Rank and file sparks have begun a new protest campaign over rights, rates and recognition and at one of the largest sites of its kind in Europe.
Around thirty Unite members joined a dawn leafleting protest outside the new Southern General Hospital site in Glasgow on Friday, protesting against working conditions and what they regard as excessive use of agency working by the numerous sub-contractors involved in the £842 million project.
The complex includes a 14-floor adult hospital with more than 1100 beds, a children’s hospital, maternity unit and extensive laboratory facilities.
Last January, crane drivers held up work on the site when they walked off the job in a dispute over a promised pay rise.
At present, only UCATT is recognised by any of the employers.
The rank and file sparks are now demanding recognition of Unite, in order that their reps can also be allowed onto the site.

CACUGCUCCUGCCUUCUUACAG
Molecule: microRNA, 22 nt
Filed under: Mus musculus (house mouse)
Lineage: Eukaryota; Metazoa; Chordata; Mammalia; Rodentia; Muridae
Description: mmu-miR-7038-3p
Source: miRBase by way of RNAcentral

Leading rank and file organiser, Willie Black (pictured, right) told UnionNews:”After the success of the BESNA dispute, we could see that one of the problems in the industry was the amount of agency working.
“What we’re saying to the employers is: you’d better deal with us. We’re not going to go away and you’ll have to negotiate with us, apply the national agreements and allow proper union organisation on this site.”
Following the protest, it emerged that the lead contractor, Brookfields Multiplex has responded to a request from Unite national organiser Bernard Macaulay for talks and managers have agreed to meet Unite on 12th April.
Rank and file activists later lobbied the constituency surgery of the SNP Deputy First Minister and Scottish Health Secretary, Nicola Sturgeon.
She agreed to meet a sparks delegation early next month.
In February, Unite reps met SNP government officials and expressed the union’s concerns over the procurement of the hospital contract and union recognition at major construction projects which are expected to be awarded in Scotland in the coming year.
Activists say they regard the promised contacts with employers and ministers as positive news, but say they are prepared to escalate any action if there is not material progress in the near future.
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